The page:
Instead of going over the rocks on the Pinnacle trail, I went around them. This was a big mistake. The footing was terrible and made worse the deluge of rain falling. The Turnback trail was flooded in several spots so grabbing the edges was my only choice to pass through.

When I reached the parking lot to end the loop, I quickly turned around and headed the opposite direction. I did not want to give myself too long to think about it.

Back up Turnback and down Pinnacle, this time through the rocks was uneventful. I only saw one other soaked hiker.

I made the hard left and headed toward Crowders’ Mt. I knew that Tower and Backside trails were partially open so I planned on running some repeats if necessary to fill out my 20 miler.

The rocks were slick so I was treading carefully. When I popped out on the from the Crowders’ trail to the Backside trail, I saw the barricades instructing hikers to not proceed to the top. I touched the barrier and headed down Backside to Tower. Then, I ran up Tower to where it intersects with Rock Top. Here, the rangers also had a barricade. I touched it and headed back down. Now, I had a pretty good idea of where I could run. I could run from barrier to barrier which would give me some good climbing.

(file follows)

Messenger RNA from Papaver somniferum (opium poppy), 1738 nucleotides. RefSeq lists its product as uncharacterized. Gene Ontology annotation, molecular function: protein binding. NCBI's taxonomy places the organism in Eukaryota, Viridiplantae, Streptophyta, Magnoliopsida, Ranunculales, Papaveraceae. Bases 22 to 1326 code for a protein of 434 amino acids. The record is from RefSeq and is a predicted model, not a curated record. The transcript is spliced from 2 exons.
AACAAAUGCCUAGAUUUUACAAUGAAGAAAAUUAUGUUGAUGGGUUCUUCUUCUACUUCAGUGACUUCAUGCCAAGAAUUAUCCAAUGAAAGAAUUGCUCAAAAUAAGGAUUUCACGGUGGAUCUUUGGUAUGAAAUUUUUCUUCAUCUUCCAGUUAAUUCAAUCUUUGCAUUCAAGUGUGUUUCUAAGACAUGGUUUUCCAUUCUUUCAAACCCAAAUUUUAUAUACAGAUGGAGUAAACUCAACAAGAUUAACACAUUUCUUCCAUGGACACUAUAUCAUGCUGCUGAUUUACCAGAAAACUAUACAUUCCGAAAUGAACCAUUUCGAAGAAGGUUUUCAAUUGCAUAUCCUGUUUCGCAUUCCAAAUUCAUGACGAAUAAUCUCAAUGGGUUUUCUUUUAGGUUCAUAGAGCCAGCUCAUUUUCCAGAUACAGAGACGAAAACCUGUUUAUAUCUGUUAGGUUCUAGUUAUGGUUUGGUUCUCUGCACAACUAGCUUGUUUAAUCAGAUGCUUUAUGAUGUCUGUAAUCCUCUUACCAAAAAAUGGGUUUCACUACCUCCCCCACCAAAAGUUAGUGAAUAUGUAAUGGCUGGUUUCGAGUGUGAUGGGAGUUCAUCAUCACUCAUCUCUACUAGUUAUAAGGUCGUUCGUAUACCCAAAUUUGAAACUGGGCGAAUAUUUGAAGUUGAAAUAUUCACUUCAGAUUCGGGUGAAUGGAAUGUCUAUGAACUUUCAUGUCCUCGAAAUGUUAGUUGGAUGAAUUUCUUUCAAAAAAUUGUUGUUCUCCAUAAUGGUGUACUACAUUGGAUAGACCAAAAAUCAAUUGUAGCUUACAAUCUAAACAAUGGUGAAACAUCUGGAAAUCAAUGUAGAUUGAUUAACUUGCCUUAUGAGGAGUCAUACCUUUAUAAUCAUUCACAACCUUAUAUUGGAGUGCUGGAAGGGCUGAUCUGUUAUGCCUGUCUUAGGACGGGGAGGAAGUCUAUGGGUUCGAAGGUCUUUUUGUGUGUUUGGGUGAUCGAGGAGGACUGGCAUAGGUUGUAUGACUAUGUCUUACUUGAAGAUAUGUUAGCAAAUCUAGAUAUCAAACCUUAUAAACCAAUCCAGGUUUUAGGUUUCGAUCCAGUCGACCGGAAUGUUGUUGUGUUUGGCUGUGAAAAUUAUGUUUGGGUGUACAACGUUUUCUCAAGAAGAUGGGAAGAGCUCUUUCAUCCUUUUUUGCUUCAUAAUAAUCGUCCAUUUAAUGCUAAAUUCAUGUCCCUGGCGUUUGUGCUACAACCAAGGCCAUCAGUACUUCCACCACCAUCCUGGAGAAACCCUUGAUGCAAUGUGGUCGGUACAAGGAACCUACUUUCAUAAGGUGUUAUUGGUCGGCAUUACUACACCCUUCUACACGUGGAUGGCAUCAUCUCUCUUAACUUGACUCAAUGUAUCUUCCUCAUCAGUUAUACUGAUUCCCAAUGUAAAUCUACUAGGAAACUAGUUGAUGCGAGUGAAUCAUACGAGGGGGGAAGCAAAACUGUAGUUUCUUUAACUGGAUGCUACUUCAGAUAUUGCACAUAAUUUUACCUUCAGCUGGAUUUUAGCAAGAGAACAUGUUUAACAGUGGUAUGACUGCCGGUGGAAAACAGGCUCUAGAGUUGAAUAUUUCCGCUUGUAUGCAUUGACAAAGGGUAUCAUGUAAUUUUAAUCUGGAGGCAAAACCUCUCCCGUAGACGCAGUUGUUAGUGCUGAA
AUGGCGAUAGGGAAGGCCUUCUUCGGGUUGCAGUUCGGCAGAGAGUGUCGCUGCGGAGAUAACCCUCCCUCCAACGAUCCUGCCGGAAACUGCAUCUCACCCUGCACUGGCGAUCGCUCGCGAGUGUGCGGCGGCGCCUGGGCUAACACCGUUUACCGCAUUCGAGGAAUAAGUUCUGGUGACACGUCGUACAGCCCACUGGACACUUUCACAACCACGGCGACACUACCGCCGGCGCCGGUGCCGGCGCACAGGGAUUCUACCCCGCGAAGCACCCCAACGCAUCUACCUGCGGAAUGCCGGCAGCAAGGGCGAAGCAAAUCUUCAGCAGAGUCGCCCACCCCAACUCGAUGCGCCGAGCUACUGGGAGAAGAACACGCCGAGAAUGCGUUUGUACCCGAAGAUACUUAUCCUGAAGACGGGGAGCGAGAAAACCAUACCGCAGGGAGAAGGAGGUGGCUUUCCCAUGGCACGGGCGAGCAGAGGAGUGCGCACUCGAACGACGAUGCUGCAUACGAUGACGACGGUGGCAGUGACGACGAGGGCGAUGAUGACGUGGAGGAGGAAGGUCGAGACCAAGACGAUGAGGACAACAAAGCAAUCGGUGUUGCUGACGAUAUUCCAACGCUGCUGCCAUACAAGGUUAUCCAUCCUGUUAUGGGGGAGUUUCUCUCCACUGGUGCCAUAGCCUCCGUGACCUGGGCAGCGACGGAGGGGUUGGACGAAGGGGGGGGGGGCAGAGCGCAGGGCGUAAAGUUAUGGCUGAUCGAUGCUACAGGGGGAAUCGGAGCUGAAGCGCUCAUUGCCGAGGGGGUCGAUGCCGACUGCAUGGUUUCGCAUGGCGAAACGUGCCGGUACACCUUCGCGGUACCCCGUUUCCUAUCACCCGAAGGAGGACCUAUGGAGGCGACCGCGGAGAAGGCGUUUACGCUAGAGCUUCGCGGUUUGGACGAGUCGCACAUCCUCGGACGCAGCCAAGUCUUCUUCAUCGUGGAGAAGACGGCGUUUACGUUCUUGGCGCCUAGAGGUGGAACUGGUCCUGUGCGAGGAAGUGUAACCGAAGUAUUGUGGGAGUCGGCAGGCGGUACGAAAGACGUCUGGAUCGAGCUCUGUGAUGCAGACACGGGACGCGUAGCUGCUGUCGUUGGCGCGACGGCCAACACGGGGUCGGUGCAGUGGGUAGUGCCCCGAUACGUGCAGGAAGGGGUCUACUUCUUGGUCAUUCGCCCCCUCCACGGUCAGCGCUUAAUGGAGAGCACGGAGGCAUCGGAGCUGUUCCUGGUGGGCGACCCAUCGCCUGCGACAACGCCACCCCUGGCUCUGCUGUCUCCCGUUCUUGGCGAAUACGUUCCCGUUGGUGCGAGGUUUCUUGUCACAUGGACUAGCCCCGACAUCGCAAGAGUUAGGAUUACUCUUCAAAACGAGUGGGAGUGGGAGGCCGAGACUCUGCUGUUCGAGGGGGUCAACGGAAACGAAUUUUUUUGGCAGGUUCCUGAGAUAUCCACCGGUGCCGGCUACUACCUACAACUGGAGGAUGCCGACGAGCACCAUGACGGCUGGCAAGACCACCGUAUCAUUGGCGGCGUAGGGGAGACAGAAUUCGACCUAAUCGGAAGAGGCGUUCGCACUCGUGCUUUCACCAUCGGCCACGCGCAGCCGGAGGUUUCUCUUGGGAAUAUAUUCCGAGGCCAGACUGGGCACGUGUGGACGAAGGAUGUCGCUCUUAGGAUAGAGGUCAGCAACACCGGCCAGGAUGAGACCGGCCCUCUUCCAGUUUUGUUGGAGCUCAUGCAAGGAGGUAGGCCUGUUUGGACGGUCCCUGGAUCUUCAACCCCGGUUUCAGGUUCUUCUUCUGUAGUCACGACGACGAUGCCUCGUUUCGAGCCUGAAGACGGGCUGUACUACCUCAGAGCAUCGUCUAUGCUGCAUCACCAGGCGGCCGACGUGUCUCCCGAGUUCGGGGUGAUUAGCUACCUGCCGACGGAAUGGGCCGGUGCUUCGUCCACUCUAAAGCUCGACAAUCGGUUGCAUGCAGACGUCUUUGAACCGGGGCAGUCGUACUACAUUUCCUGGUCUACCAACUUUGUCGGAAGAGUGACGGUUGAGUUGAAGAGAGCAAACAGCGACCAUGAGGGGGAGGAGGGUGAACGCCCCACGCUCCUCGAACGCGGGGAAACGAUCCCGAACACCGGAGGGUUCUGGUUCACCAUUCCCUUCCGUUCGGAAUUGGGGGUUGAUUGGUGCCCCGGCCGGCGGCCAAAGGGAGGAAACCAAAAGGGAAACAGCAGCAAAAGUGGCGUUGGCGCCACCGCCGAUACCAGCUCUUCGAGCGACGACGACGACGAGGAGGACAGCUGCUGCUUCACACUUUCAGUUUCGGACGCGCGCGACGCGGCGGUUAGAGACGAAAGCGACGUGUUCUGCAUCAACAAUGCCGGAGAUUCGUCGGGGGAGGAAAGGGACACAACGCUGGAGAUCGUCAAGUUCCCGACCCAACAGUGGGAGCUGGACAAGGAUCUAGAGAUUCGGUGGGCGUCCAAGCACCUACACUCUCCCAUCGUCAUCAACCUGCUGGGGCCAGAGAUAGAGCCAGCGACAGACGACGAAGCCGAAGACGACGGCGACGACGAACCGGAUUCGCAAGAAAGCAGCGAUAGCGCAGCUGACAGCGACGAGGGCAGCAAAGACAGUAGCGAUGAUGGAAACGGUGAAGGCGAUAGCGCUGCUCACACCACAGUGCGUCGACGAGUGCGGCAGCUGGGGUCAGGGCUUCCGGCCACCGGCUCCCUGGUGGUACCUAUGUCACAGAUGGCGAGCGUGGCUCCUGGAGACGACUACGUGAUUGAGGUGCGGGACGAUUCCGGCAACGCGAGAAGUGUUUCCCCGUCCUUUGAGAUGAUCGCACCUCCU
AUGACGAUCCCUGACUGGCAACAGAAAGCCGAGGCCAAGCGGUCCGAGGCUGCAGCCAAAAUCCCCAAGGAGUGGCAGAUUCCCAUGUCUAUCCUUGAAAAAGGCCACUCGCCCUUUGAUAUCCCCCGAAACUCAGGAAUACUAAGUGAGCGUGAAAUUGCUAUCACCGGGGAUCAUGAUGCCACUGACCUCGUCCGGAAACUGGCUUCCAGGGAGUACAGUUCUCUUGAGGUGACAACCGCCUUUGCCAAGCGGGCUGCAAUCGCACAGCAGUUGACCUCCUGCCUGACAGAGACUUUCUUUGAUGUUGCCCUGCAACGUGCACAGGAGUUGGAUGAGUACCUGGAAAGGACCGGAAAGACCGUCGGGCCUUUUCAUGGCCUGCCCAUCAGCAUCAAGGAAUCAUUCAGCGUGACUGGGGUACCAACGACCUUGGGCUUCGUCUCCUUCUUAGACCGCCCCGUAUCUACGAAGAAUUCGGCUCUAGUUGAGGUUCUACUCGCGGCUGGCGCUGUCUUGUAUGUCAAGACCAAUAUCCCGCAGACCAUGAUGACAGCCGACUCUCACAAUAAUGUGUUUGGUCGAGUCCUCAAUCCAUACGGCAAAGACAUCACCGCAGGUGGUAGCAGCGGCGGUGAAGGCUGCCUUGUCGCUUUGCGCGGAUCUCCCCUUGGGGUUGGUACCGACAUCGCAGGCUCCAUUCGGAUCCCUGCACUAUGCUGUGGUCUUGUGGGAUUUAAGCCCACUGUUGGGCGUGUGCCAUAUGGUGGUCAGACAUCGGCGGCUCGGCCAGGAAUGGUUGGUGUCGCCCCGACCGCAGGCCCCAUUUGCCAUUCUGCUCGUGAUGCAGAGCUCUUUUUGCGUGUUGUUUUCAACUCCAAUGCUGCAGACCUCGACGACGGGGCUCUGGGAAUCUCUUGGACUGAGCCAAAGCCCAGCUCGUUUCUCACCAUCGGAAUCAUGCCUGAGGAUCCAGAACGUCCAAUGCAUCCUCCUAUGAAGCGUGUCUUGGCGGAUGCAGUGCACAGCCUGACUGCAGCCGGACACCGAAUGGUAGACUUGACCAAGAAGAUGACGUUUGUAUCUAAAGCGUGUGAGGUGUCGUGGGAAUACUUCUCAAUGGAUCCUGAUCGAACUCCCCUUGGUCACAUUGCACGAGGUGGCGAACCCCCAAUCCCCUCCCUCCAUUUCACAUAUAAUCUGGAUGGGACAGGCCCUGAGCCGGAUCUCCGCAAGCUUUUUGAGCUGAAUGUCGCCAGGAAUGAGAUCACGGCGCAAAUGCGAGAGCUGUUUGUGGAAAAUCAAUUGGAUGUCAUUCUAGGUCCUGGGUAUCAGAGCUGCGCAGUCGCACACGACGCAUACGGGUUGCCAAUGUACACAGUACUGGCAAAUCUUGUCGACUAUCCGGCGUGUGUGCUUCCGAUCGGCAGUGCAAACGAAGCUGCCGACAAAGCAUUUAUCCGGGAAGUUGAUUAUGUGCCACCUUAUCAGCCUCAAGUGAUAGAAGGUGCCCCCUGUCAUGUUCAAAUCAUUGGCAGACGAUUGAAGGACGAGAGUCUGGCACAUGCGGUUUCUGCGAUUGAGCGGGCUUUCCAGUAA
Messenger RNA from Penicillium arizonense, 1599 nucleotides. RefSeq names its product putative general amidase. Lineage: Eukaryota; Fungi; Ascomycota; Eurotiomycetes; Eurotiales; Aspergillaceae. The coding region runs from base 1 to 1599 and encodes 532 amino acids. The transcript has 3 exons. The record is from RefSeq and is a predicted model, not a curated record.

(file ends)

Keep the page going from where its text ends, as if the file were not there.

On the way down Tower, I met a Park Ranger driving up. I suspect that he was wondering what kind of fool would be out in this weather running. Honestly, I was envious of his nice warm truck.

I touched the Backside barrier for the 2nd time and started my second repeat. On the climb back up Tower, I met Park Ranger coming down. He said nothing to me. I guess that he was leaving me to suffer in silence.

Rounding the turn at the Rock Top, I suddenly realize that the barricade was gone along with the signs. Apparently, Crowders Mt is now fully open for business. I couldn’t resist the temptation. I pushed on to the top. I was likely going to be the first person to stand atop Crowders in several months. Some things are just too enticing to fight back. .

Of course, the view was lost in the white fluffy clouds so in my big moment, I couldn't see anything. The rain was still falling so I only indulged myself for a second or two. Time to head back down the trail and finish up this run.

All told, I only saw 4 people during the entire run. Everyone looked pretty much liked I did – soaked.

Tomorrow, I am off to Latta Plantation for some miles.

The Cool Down Runner